When I asked some congregants and friends from other denominations how they defined sacred space, the answers were (not surprisingly) varied. Several noted that sacred space held a special memory or had a personal or corporate history attached to it that was remembered each time they entered that space. Some cited spaces that encouraged a willingness to be awed or to find beauty and imagination at work in their midst. Others recalled spaces that allowed for openness to God’s presence — where one might even feel compelled to set a stone marker like the Hebrew tribes after crossing the Jordan and say, “God was here with us, right here at this spot.” Yet others equated a profound sense of safety, belonging or peace with sacred space, which might be at the bedside of a dying loved one as much as in any church. All of them are correct in their definitions because sacred space is not that on its own; it becomes sacred because of events that take place in it, where there is a tangible interaction between the divine and human. Therefore, sacred space defies unequivocal specificity.
What does our space communicate?
What then is the role of physical space and are churches called to address this? The Book of Order speaks of created space for worship as locations arranged in such a way as to “invite and express God’s presence” while recognizing that God cannot “be confined to any one place.” Churches are now faced with competing ideas of “worship space,” and spaces that are serving as sanctuaries may look and feel like anything but the traditional church in its architecture or interior design. With some congregations meeting in alternate, secular venues such as coffee houses, movie theaters or warehouse-style buildings with little to no ecclesial reference points, are we undermining congregants’ ability to attend to the sacred?
Allan Effa noted, “Humans are context-sensitive communicators; the aesthetics and symbols that surround us convey an important part of a given message.” It then becomes incumbent on churches and church leaders to think carefully about what their space is actually communicating and whether the structure and design of their space is helping or hindering understanding of the theological perspective of the denomination as well as creating room for reflection on what is not seen. Churches do this by providing visual cues or other auditory or kinesthetic stimuli that direct the focus away from secular concerns to consider more deeply the work, relationship and presence of God in our lives and in our world, as well as in the immediate space. A physical space can facilitate our encounter or awareness by encouraging us to be drawn outside ourselves, focused on the holy and open to God’s presence with us.
We are called to remind our congregations that God is always in our midst; in fact, God precedes us into every space and time. Therefore, the space where we worship and celebrate the sacraments should serve as a reminder of this and convey at least the possibility of encountering the real presence of God. Even so, there is still the uncontainable, uncontrollable, unmanufactured factor that belongs to God alone. Only when and where our lives intersect with our living God does space become sacred, with God nearer than we hoped, perhaps even nearer than we feared.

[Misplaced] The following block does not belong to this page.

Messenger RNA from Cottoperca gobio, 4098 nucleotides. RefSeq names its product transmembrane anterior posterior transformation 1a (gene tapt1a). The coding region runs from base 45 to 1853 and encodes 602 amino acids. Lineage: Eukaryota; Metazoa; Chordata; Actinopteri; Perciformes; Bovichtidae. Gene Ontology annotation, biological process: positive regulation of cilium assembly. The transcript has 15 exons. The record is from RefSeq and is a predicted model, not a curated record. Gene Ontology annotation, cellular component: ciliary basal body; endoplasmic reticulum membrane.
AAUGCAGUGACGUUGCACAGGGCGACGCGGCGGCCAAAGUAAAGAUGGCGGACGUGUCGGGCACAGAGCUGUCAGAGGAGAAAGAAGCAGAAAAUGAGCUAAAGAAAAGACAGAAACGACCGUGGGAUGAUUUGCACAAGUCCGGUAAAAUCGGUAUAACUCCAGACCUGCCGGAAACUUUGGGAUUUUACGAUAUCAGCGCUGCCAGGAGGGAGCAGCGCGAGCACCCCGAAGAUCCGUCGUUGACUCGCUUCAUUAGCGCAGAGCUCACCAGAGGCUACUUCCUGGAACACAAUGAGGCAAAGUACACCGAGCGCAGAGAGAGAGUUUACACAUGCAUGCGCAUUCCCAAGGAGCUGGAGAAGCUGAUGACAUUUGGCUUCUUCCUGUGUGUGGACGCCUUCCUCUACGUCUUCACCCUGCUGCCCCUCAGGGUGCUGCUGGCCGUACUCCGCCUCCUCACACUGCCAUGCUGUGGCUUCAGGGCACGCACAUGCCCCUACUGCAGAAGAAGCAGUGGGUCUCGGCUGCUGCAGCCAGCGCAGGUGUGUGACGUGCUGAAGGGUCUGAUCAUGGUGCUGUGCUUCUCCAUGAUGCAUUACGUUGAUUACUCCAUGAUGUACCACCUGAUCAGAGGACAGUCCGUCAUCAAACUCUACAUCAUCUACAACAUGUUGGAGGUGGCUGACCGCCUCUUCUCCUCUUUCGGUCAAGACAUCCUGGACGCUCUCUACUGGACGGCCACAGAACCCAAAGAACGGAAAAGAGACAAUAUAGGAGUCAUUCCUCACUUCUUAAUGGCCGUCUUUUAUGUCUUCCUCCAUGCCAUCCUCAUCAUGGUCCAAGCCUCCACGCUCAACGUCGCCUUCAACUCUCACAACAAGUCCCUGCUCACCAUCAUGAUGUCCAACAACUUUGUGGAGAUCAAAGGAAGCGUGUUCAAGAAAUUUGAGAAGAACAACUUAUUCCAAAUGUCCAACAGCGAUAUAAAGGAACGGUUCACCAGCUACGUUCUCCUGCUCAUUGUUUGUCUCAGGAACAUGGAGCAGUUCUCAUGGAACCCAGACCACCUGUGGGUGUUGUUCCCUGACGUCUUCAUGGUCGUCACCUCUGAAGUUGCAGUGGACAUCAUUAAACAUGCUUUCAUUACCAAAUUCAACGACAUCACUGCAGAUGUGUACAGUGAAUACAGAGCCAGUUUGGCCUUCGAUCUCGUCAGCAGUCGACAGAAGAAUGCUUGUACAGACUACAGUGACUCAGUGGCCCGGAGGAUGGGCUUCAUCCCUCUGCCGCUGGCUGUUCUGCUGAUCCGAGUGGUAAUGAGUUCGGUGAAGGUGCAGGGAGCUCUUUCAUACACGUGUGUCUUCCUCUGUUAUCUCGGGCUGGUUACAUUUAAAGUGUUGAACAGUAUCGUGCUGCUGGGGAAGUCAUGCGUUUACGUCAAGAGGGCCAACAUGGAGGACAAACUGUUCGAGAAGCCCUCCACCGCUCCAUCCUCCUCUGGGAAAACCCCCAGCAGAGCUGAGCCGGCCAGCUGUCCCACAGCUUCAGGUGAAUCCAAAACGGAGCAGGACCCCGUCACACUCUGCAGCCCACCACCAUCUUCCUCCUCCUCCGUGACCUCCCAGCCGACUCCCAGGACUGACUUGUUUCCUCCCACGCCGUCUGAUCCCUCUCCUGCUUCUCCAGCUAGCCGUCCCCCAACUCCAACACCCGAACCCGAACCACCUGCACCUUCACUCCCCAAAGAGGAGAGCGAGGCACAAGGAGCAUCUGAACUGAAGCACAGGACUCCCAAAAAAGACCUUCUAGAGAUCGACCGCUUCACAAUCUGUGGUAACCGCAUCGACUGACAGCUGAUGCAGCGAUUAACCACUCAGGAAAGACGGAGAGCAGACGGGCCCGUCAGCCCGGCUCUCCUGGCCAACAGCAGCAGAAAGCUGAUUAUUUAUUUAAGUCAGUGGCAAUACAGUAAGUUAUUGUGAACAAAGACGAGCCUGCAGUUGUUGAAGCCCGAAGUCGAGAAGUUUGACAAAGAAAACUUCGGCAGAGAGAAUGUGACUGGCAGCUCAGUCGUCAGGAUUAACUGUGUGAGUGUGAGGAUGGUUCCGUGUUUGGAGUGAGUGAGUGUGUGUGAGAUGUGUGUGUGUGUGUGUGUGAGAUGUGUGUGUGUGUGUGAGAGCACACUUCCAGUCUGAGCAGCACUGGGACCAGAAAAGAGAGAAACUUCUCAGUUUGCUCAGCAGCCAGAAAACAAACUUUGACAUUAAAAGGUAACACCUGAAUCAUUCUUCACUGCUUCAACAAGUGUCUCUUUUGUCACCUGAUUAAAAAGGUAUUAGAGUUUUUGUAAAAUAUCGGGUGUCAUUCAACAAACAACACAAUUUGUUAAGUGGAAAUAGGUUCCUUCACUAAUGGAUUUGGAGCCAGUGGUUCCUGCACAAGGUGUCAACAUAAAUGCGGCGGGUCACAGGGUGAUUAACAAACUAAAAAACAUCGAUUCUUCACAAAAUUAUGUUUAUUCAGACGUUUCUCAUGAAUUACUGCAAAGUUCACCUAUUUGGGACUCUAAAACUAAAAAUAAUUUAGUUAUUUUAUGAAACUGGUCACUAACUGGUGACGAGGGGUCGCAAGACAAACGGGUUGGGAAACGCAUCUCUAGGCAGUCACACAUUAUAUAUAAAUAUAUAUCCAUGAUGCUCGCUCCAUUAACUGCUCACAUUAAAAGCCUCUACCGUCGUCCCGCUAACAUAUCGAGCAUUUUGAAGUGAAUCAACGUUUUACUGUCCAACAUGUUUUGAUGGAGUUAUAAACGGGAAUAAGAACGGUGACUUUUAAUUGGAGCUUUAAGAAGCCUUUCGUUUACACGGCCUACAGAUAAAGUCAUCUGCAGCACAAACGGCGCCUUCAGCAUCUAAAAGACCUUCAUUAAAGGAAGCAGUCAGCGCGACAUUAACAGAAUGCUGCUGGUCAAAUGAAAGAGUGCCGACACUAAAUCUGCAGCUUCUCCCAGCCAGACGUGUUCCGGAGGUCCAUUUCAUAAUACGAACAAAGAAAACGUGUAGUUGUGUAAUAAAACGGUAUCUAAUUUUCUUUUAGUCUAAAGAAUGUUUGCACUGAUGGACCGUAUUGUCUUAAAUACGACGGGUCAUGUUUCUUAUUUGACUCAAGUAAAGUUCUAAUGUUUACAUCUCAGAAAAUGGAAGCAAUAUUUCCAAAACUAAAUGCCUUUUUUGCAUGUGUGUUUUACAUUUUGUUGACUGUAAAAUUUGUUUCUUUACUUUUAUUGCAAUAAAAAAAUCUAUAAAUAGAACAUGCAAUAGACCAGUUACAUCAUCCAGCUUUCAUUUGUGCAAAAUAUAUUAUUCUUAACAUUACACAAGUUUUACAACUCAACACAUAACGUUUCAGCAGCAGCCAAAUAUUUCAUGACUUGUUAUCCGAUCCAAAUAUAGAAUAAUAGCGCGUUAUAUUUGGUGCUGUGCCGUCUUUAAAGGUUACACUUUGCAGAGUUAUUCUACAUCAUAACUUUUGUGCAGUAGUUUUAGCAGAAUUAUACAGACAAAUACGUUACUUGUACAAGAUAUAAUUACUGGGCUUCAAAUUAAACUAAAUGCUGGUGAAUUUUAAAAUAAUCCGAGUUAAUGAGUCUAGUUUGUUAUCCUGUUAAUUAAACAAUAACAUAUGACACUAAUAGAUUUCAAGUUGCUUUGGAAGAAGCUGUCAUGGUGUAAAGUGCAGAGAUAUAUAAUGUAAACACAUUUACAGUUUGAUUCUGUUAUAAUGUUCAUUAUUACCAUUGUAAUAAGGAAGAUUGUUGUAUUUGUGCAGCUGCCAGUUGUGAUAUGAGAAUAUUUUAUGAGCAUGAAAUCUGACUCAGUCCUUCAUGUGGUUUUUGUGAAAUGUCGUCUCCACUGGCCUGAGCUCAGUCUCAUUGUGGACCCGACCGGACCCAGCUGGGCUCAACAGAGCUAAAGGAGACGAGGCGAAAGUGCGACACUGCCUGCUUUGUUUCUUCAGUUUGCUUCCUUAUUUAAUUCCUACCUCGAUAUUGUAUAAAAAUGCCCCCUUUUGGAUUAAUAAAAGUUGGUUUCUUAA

Meeting the sacred
Can we create sacred space? Not really. Because the part that makes it truly sacred is not anything we can manufacture. The sacred meets us there and abides with us in that space in a way we often cannot hold onto once we leave, but may find again and again when we return. Does that mean that God is contained somehow? Not at all, but in those spaces, which are not the same for everyone, we are opened to receive the presence of the holy.
So, if I were to conjecture about why that broken down church in Europe is sacred space to me, I might say it was the watery blue stained glass light flowing over stone, or the pulse of the silent prayers, or maybe the click of rosary beads; whatever it was, it stopped me long enough to want to know who created that light, that pulse, that sound, and why. And when we want, desire, yearn for that knowledge, to know and to be known by our God, then we may find ourselves in sacred space, where we recognize there is the thinnest of veils between our worlds and God is palpably present. So much so, that we sometimes catch our breath lest we tear the veil by our mere exhalation. These are the places where our prayers push through and are taken up so quickly that we almost feel them being extracted from our bodies from hidden places that we didn’t even realize were crying out to God within us. Then we know, surely God is in this place, this sacred space.
NADINE ELLSWORTH-MORAN is the pastor of St. Andrews Presbyterian Church in Charlotte, North Carolina, and also works on staff at Union Presbyterian Seminary’s Charlotte campus.